Is that an actual keyboard?

by Michael S. Kaplan, published on 2012/10/11 07:01 -04:00, original URI:

I was shown this picture the other day, from this site:

What he wanted to know was simple enough:

Is it real, Michael?

And, if it is real, can I get it for Windows? In Windows 8?

Well, it is on a site called, so I don't think it's real.

But in theory, it's possible to plug it in and such.

Now obviously the GetKeyboardState function is limited to 256 key state values. So regular keyboard state info can't handle a keyboard that has so many keys.

But if you create a custom hardware driver, you can cause it to look like some of these keys are alternate shift states of each other that share the same scan code!

These are the kinds of tricks laptops use to enable their Fn keys; it is how Apple can make CTRL+ALT+BACKSP act like CTRL+ALT+DEL in Boot Camp (if they didn't, you would have to type CRTL+ALT+SHIFT+BACKSP!).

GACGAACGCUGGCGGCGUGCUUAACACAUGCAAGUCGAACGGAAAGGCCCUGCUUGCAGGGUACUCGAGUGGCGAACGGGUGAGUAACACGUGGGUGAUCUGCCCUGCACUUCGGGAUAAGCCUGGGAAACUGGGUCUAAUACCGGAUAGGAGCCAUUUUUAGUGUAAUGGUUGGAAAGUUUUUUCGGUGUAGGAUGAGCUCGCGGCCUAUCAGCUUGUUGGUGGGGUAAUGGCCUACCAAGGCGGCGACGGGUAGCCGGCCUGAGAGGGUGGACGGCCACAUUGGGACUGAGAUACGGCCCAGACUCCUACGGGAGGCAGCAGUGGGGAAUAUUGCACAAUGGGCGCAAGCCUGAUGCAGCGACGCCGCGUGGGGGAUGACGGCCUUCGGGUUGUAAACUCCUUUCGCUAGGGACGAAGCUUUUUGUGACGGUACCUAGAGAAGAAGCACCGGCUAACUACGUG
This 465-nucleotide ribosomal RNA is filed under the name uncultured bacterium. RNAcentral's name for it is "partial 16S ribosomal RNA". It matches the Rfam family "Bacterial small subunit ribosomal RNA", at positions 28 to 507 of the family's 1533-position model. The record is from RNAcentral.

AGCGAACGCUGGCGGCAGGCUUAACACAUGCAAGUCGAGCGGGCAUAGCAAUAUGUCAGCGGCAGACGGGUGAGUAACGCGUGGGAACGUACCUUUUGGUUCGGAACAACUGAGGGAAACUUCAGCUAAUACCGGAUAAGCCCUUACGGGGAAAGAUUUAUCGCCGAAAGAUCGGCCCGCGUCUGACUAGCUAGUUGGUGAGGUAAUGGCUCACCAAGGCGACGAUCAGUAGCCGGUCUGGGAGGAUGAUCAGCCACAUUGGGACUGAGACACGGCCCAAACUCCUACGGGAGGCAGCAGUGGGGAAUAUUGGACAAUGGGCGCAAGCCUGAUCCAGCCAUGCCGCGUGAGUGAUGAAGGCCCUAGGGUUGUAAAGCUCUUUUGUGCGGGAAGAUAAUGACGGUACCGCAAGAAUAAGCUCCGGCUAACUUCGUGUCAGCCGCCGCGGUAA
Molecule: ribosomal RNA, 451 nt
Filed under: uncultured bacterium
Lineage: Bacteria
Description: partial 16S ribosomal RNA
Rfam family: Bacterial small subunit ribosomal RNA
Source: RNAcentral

This would be a fun project to work on, wouldn't it? :-)

But like I said, I don't think it's real....

Tony Toews on 11 Oct 2012 12:58 PM:

In the 1980s I worked on IBM S/34, S/36, S/38 and AS/400 minicomputers.   I came across a Chinese keyboard in one of the technical manuals.  It looked very much like the top photo on    I have a vague memory that it also had twelve shift keys.

cheong00 on 11 Oct 2012 7:24 PM:

I can't read all the keys clearly, but aren't the keys there arranged in Changjei sequence?

There's very little point to make a Chinese keyboard with characters line up in Changjei (it would be faster to just use Changjei IME) except for a good laugh... :P

So agreed it's not likely to be real... except maybe for memory tight DOS programs that don't use overlay so has tight memory requirement, therefore Chinese language support TSRs won't fit.

Brendan Elliott on 12 Oct 2012 10:17 AM:

This was a Google April fool's joke a couple of years back. It's just one part of a "Japanese hardware keyboard".

Jan Kučera on 19 Oct 2012 9:21 AM:

...which can be found here: Worth checking! :)

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